(The Miracle of Morning Pages: Everything You Always Wanted to Know About the Most Important Artist’s Way Tool)

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Practice 6: Spending Time in Nature

Our species has spent most of its existence in close proximity with nature –– so it’s no wonder we’re wired to feel better for spending time outside:

“Proximity to greenspace has been associated with lower levels of stress and reduced symptomology for depression and anxiety…” (Frontiers in Psychology)

(This is called the biophilia hypothesis, by the way.)

In fact, just hearing a recording of nature sounds can shift your nervous system into parasympathetic mode, and being able to look out your window at any form of nature can trigger a calming effect:

“[Research] confirmed that viewing natural scenery led to more relaxed body responses.” (Scientific Reports)

Of course, actually getting out in nature and being around plants is even better, downregulating your nervous system, decreasing inflammatory markers in your body, and improving the health of your gut microbiome, which is also closely connected to your mood via the gut-brain-skin axis.

Practice 7: Mindfulness

People often have a lot of baggage about mindfulness — and often a lot of guilt over how they “can’t” seem to do it. The truth is, mindfulness is a practice and a way of being, so you might want to reframe it to something more like “the art of paying attention”.

It’s fantastic for training your mind in:

Focused attention: mindfulness meditation is all about noticing where your mind is, and bringing it back to a particular focus. The more you do it, the easier it gets.

Open monitoring: this is the practice of being completely open to everything that’s going on inside and outside you, with no judgment, just neutral attention

Thought-dropping: this is the practice of noticing where your mind is, naming the thought, releasing it, and returning to your focus.

All three are great skills to have regardless, and they’re amazing for creating calm, because they bring you down into the present moment, help you maintain that focus, and give you the training in dropping unhelpful or stressful thoughts. In fact, a meta-analysis of over 200 studies on mindfulness found that it’s “especially effective for reducing anxiety, depression, and stress.” (Clinical Psychology Review)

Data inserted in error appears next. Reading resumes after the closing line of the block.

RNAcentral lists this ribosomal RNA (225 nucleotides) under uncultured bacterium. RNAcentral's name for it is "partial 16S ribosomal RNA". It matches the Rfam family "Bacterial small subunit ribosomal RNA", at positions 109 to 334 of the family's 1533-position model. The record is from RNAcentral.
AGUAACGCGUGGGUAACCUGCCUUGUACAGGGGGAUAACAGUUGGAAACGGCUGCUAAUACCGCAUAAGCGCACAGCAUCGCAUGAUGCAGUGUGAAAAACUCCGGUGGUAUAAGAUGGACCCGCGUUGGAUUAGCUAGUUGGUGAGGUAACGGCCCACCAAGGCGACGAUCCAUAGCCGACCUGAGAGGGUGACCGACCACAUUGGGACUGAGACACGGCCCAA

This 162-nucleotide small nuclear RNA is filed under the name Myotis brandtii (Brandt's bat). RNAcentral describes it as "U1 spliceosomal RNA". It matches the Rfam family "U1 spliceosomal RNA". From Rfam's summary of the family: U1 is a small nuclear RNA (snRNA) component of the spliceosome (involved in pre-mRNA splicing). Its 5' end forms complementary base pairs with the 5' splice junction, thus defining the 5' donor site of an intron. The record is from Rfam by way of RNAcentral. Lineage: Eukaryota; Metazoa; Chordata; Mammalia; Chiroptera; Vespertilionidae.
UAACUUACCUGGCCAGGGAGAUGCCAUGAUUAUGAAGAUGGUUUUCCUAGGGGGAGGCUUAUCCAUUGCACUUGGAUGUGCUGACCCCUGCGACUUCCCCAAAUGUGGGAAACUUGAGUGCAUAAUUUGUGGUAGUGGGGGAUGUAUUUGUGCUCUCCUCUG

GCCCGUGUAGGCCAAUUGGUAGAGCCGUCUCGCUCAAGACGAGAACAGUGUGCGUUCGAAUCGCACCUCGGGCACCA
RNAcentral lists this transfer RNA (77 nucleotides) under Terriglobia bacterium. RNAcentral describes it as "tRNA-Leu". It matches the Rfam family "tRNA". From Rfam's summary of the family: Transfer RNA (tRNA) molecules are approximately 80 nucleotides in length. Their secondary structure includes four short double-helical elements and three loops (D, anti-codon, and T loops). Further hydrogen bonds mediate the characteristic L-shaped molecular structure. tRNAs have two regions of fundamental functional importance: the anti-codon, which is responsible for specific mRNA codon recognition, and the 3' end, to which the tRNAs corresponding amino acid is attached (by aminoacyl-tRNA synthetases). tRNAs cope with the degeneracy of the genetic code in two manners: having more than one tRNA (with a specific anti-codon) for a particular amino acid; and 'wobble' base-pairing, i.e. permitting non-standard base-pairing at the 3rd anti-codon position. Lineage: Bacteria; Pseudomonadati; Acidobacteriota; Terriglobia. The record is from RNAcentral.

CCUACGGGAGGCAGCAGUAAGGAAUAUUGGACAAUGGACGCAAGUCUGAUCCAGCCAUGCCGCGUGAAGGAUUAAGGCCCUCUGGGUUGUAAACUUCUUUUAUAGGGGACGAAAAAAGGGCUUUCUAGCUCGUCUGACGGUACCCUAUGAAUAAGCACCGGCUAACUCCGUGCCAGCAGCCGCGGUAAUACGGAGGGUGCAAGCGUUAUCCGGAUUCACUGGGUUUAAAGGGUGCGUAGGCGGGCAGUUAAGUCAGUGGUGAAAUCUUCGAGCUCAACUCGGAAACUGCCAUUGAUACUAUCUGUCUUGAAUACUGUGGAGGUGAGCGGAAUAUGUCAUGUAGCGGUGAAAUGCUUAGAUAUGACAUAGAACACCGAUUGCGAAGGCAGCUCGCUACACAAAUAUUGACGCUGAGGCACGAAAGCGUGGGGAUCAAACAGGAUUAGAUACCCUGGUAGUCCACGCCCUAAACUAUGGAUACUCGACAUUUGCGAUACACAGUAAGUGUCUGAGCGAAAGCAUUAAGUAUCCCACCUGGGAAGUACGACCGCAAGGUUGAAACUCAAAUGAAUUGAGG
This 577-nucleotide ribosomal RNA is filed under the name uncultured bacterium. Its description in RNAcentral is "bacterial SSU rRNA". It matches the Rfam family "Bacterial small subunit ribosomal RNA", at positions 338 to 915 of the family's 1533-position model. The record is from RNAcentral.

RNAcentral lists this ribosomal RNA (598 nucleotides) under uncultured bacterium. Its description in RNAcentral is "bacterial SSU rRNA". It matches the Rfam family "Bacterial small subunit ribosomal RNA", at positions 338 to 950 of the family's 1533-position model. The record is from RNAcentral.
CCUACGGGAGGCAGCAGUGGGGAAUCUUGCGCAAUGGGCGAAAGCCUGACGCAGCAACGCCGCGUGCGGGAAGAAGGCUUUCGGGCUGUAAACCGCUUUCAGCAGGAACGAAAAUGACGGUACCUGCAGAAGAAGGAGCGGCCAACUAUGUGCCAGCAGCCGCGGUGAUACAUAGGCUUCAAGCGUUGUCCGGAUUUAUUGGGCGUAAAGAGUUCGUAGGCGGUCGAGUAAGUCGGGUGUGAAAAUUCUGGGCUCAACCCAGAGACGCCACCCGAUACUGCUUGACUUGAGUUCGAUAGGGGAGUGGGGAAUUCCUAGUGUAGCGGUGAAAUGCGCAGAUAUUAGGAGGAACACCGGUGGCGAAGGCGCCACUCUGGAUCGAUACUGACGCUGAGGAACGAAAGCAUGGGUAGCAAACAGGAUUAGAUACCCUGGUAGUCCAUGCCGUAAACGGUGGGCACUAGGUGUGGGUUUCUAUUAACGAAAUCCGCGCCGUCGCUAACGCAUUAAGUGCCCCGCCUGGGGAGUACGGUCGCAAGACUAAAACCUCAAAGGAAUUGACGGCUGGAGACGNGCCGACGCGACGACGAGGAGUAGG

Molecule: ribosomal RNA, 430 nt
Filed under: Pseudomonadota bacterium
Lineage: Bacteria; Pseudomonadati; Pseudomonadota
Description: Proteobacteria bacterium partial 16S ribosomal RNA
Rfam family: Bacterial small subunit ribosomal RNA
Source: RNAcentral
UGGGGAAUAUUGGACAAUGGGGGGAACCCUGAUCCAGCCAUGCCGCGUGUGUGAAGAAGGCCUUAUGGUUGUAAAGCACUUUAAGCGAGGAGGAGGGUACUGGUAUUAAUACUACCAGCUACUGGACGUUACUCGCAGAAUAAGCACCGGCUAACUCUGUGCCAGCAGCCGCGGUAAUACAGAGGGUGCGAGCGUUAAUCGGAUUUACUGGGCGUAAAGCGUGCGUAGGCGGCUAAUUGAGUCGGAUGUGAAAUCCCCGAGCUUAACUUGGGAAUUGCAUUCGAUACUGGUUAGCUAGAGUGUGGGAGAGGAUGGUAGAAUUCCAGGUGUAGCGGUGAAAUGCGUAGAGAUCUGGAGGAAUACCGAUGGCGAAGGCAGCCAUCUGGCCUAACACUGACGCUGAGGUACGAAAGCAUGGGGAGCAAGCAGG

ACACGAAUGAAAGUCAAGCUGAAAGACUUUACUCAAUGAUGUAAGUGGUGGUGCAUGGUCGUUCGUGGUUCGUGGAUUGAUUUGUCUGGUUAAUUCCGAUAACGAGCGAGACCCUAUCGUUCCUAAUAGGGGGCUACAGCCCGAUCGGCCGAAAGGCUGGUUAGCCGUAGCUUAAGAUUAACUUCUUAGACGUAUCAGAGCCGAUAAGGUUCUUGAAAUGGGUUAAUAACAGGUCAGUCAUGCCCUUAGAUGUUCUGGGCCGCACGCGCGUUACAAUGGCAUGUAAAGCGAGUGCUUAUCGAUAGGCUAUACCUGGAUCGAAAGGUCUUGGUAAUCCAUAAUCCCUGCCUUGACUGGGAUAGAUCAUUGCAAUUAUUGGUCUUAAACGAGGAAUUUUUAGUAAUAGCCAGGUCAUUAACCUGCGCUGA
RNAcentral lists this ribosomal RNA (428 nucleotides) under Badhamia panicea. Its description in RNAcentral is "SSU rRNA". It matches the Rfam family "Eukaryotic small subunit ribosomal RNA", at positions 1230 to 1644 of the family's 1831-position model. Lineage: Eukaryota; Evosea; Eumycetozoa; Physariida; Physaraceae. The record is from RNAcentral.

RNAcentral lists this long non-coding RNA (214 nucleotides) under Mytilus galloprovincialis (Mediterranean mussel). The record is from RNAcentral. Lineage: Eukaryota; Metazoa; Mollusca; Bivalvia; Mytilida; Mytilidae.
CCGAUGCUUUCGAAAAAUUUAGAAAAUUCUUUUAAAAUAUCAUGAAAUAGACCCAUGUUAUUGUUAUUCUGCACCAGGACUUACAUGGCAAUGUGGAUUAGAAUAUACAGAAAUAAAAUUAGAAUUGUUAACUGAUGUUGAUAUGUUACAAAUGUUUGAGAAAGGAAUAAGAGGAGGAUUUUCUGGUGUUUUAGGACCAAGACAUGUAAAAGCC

Let’s recap:

–– We’re all pretty stressed out, and it’s not likely that the external factors involved are going to change all that much. But, you can shift into calm at will by leveraging the very same biology that’s stressing you out.

–– Any kind of movement practice shifts your brain and body into a calmer state, with mindfulness (not intense amounts of effort) being the key.

–– Deliberate breathing can shift your nervous system into “rest and digest” mode in a matter of minutes.

–– Listening to music you love elicits significant changes in your mood –– no matter what kind of music it is!

–– Vocal toning (aka making sounds on purpose) has a similar effect.

–– Journaling is a great practice to get stressful thoughts of of your head, especially if you do Morning Pages.

–– Spending time in nature, looking at nature, or even being around your houseplants has a tangible effect on your nervous system, immune response, and mood.

–– Mindfulness is a fantastic way to train your brain so you can navigate or move away from stress-inducing thoughts at-will.

 

There are so many things you can do to help find calm, but the most important thing is to choose one, and try it out. Pick one off this list and give it a try today –– your body, mind, and soul will thank you for it.

And of course we’re here to help! Join us on the GLP podcast to learn more about cultivating calm, and do a guided meditation with Jonathan.